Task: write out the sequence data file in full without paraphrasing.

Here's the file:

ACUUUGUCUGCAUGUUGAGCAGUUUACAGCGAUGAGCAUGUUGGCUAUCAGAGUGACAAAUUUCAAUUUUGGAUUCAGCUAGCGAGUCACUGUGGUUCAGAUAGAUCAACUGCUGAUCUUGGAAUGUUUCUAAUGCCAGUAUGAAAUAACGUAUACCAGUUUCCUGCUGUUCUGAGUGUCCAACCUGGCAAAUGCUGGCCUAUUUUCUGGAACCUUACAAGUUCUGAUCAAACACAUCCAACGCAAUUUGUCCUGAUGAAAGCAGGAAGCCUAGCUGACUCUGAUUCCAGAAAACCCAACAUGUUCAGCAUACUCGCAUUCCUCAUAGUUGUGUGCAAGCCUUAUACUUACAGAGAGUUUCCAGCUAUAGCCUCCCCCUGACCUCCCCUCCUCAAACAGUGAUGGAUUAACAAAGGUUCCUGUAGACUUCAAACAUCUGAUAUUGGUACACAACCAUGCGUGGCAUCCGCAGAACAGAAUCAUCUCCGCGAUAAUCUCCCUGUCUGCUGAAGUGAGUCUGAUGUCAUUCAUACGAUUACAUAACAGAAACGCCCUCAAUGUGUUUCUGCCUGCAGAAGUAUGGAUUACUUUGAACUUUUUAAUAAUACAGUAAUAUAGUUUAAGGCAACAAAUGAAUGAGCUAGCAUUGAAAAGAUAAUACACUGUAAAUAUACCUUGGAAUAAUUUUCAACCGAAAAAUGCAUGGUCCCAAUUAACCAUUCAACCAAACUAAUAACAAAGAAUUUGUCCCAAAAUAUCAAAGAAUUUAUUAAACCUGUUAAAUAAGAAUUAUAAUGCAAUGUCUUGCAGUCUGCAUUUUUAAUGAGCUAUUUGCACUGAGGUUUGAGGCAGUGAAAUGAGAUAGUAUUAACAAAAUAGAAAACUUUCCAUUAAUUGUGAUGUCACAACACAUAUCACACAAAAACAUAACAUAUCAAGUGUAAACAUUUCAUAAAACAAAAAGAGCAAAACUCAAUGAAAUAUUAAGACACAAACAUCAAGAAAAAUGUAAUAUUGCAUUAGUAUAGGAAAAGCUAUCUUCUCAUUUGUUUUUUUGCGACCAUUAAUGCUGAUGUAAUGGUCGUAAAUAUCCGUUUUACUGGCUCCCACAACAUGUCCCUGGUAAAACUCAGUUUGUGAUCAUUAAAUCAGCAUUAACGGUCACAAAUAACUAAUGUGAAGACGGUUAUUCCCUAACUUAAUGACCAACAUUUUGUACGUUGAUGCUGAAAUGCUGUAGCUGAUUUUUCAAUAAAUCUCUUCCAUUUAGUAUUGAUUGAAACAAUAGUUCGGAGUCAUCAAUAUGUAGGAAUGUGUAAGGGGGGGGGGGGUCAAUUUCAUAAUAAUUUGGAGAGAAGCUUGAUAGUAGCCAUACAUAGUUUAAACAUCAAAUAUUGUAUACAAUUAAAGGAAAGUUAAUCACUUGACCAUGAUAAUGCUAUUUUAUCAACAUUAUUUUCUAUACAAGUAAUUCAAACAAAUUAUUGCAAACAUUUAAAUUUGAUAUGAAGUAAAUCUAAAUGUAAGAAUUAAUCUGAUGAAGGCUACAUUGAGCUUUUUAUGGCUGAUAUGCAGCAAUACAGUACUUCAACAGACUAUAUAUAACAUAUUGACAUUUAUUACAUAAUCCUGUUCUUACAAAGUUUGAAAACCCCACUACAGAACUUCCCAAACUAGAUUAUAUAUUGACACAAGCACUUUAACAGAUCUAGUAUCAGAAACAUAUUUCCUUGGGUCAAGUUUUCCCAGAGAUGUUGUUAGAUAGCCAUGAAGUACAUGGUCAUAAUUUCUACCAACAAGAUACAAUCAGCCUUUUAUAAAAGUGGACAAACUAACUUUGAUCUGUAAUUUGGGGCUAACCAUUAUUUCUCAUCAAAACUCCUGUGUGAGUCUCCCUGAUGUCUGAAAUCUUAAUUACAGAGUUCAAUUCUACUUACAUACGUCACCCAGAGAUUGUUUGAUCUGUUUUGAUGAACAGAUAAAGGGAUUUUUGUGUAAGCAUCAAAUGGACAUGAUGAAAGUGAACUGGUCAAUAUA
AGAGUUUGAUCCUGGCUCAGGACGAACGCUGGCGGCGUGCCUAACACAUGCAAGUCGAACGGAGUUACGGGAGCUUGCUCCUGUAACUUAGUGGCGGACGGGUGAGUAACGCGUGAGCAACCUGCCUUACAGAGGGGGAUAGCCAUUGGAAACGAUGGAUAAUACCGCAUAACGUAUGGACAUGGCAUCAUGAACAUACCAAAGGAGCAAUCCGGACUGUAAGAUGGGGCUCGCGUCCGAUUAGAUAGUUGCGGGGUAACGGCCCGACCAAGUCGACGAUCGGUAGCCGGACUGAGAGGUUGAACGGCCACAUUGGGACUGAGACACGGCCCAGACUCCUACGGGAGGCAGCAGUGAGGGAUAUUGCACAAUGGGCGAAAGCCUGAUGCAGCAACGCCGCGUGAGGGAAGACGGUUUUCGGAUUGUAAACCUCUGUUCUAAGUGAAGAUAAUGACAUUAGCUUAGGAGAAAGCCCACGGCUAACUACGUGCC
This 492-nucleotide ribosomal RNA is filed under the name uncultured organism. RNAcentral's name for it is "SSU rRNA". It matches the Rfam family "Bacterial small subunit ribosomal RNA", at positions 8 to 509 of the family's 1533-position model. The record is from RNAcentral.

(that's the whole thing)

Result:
ACUUUGUCUGCAUGUUGAGCAGUUUACAGCGAUGAGCAUGUUGGCUAUCAGAGUGACAAAUUUCAAUUUUGGAUUCAGCUAGCGAGUCACUGUGGUUCAGAUAGAUCAACUGCUGAUCUUGGAAUGUUUCUAAUGCCAGUAUGAAAUAACGUAUACCAGUUUCCUGCUGUUCUGAGUGUCCAACCUGGCAAAUGCUGGCCUAUUUUCUGGAACCUUACAAGUUCUGAUCAAACACAUCCAACGCAAUUUGUCCUGAUGAAAGCAGGAAGCCUAGCUGACUCUGAUUCCAGAAAACCCAACAUGUUCAGCAUACUCGCAUUCCUCAUAGUUGUGUGCAAGCCUUAUACUUACAGAGAGUUUCCAGCUAUAGCCUCCCCCUGACCUCCCCUCCUCAAACAGUGAUGGAUUAACAAAGGUUCCUGUAGACUUCAAACAUCUGAUAUUGGUACACAACCAUGCGUGGCAUCCGCAGAACAGAAUCAUCUCCGCGAUAAUCUCCCUGUCUGCUGAAGUGAGUCUGAUGUCAUUCAUACGAUUACAUAACAGAAACGCCCUCAAUGUGUUUCUGCCUGCAGAAGUAUGGAUUACUUUGAACUUUUUAAUAAUACAGUAAUAUAGUUUAAGGCAACAAAUGAAUGAGCUAGCAUUGAAAAGAUAAUACACUGUAAAUAUACCUUGGAAUAAUUUUCAACCGAAAAAUGCAUGGUCCCAAUUAACCAUUCAACCAAACUAAUAACAAAGAAUUUGUCCCAAAAUAUCAAAGAAUUUAUUAAACCUGUUAAAUAAGAAUUAUAAUGCAAUGUCUUGCAGUCUGCAUUUUUAAUGAGCUAUUUGCACUGAGGUUUGAGGCAGUGAAAUGAGAUAGUAUUAACAAAAUAGAAAACUUUCCAUUAAUUGUGAUGUCACAACACAUAUCACACAAAAACAUAACAUAUCAAGUGUAAACAUUUCAUAAAACAAAAAGAGCAAAACUCAAUGAAAUAUUAAGACACAAACAUCAAGAAAAAUGUAAUAUUGCAUUAGUAUAGGAAAAGCUAUCUUCUCAUUUGUUUUUUUGCGACCAUUAAUGCUGAUGUAAUGGUCGUAAAUAUCCGUUUUACUGGCUCCCACAACAUGUCCCUGGUAAAACUCAGUUUGUGAUCAUUAAAUCAGCAUUAACGGUCACAAAUAACUAAUGUGAAGACGGUUAUUCCCUAACUUAAUGACCAACAUUUUGUACGUUGAUGCUGAAAUGCUGUAGCUGAUUUUUCAAUAAAUCUCUUCCAUUUAGUAUUGAUUGAAACAAUAGUUCGGAGUCAUCAAUAUGUAGGAAUGUGUAAGGGGGGGGGGGGUCAAUUUCAUAAUAAUUUGGAGAGAAGCUUGAUAGUAGCCAUACAUAGUUUAAACAUCAAAUAUUGUAUACAAUUAAAGGAAAGUUAAUCACUUGACCAUGAUAAUGCUAUUUUAUCAACAUUAUUUUCUAUACAAGUAAUUCAAACAAAUUAUUGCAAACAUUUAAAUUUGAUAUGAAGUAAAUCUAAAUGUAAGAAUUAAUCUGAUGAAGGCUACAUUGAGCUUUUUAUGGCUGAUAUGCAGCAAUACAGUACUUCAACAGACUAUAUAUAACAUAUUGACAUUUAUUACAUAAUCCUGUUCUUACAAAGUUUGAAAACCCCACUACAGAACUUCCCAAACUAGAUUAUAUAUUGACACAAGCACUUUAACAGAUCUAGUAUCAGAAACAUAUUUCCUUGGGUCAAGUUUUCCCAGAGAUGUUGUUAGAUAGCCAUGAAGUACAUGGUCAUAAUUUCUACCAACAAGAUACAAUCAGCCUUUUAUAAAAGUGGACAAACUAACUUUGAUCUGUAAUUUGGGGCUAACCAUUAUUUCUCAUCAAAACUCCUGUGUGAGUCUCCCUGAUGUCUGAAAUCUUAAUUACAGAGUUCAAUUCUACUUACAUACGUCACCCAGAGAUUGUUUGAUCUGUUUUGAUGAACAGAUAAAGGGAUUUUUGUGUAAGCAUCAAAUGGACAUGAUGAAAGUGAACUGGUCAAUAUA
AGAGUUUGAUCCUGGCUCAGGACGAACGCUGGCGGCGUGCCUAACACAUGCAAGUCGAACGGAGUUACGGGAGCUUGCUCCUGUAACUUAGUGGCGGACGGGUGAGUAACGCGUGAGCAACCUGCCUUACAGAGGGGGAUAGCCAUUGGAAACGAUGGAUAAUACCGCAUAACGUAUGGACAUGGCAUCAUGAACAUACCAAAGGAGCAAUCCGGACUGUAAGAUGGGGCUCGCGUCCGAUUAGAUAGUUGCGGGGUAACGGCCCGACCAAGUCGACGAUCGGUAGCCGGACUGAGAGGUUGAACGGCCACAUUGGGACUGAGACACGGCCCAGACUCCUACGGGAGGCAGCAGUGAGGGAUAUUGCACAAUGGGCGAAAGCCUGAUGCAGCAACGCCGCGUGAGGGAAGACGGUUUUCGGAUUGUAAACCUCUGUUCUAAGUGAAGAUAAUGACAUUAGCUUAGGAGAAAGCCCACGGCUAACUACGUGCC
This 492-nucleotide ribosomal RNA is filed under the name uncultured organism. RNAcentral's name for it is "SSU rRNA". It matches the Rfam family "Bacterial small subunit ribosomal RNA", at positions 8 to 509 of the family's 1533-position model. The record is from RNAcentral.